The judge’s “apology” was worse than no apology at all. Such vituperative sentiments, such as those of the judge’s, should preferably not exist. If such sentiments do exist, they should preferably be kept strictly to oneself as to not contaminate other people.

As far as Rush goes … my sentiments reflect every reasonable person’s. Demagoguery gone wild.

I’m not sure what you mean that personal apologies are pointless. When I apologize to my wife for something I’ve done to make her mad, I assure you that it is meant.

She may accept it. I would not.

It is not a question of sincerity for me. It is the simple fact of the matter that what is done cannot be undone. If there is a problem with what was done, the only meaningful result is that it not be done again. Some apologies are like a vow, but I find them shallow in the face of events.

Other apologies are worse. They’re of the kind, “I’m sorry if this hurt you.” To live life over, they’d do it again—they only sympathize. The apology means nothing at all in such cases.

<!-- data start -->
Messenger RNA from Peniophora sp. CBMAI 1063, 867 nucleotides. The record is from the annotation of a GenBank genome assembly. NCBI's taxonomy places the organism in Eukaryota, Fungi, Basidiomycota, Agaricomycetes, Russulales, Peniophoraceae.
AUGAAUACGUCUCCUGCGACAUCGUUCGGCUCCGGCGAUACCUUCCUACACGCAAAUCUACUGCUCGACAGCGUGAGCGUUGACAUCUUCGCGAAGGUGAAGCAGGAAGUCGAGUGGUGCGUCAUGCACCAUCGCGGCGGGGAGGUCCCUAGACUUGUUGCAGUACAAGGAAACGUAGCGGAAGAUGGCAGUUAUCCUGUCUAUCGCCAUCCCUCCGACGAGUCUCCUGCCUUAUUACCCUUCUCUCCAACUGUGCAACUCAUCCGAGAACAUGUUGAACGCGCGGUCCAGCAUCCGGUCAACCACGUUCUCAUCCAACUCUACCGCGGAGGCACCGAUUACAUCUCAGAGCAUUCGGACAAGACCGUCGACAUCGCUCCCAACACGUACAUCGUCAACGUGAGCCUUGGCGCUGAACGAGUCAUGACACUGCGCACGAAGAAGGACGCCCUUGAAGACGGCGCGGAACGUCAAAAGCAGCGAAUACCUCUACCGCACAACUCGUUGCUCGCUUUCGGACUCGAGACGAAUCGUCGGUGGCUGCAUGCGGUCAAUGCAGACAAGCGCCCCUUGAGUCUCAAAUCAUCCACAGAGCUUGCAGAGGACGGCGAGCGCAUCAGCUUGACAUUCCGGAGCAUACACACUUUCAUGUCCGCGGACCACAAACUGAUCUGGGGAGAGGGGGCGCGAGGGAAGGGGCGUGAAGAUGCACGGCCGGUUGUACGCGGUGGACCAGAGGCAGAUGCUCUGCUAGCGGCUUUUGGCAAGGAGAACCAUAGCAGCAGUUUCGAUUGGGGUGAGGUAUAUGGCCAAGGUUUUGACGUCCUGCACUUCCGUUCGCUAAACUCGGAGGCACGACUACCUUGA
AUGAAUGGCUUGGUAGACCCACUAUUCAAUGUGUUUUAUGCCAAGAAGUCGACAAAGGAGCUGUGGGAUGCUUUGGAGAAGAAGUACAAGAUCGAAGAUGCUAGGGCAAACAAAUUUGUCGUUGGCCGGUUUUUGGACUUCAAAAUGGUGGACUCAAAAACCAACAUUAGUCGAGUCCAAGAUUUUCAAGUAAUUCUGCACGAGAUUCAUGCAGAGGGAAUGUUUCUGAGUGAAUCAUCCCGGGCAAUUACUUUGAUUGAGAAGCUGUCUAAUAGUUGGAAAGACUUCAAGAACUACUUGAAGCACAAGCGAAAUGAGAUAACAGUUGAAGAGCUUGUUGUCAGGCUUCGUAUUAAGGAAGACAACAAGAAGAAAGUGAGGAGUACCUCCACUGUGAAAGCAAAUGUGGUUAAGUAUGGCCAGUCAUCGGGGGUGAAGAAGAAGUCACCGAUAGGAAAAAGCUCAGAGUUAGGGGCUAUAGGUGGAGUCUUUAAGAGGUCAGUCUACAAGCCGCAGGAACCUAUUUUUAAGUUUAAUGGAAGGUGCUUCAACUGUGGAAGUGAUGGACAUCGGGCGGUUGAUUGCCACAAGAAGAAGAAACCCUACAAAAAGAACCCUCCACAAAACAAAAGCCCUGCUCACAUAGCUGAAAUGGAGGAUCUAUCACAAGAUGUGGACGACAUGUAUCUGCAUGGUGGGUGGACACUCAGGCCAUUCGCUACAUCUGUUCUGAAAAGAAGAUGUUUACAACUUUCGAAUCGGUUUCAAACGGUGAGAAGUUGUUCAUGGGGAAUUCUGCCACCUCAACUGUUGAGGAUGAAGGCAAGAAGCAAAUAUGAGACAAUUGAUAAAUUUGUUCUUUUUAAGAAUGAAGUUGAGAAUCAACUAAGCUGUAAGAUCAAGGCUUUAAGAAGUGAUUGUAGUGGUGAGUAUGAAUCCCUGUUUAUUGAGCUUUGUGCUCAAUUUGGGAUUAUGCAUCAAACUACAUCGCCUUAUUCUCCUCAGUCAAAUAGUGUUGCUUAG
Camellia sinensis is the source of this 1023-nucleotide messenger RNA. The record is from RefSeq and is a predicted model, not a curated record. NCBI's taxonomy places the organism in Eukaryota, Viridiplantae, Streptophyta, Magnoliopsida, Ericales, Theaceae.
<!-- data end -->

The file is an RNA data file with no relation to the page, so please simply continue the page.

But an apology in front of others is more than a vow or a pointless expression of sympathy (not that sympathy is itself pointless), it is an expression of a standard. And standards of human interactions are important. They help avoid apologies.

Forcing a public apology out of a public figure for something like this is a way of shaming and humiliating them as social censure. No, we don’t expect them to really be sincere with it, although that’s a nice bonus if it happens. The point is that they have to take back what they said, and they look douchey as a result, and the rest of us can be satisfied that we have enforced appropriate social behavior as a group.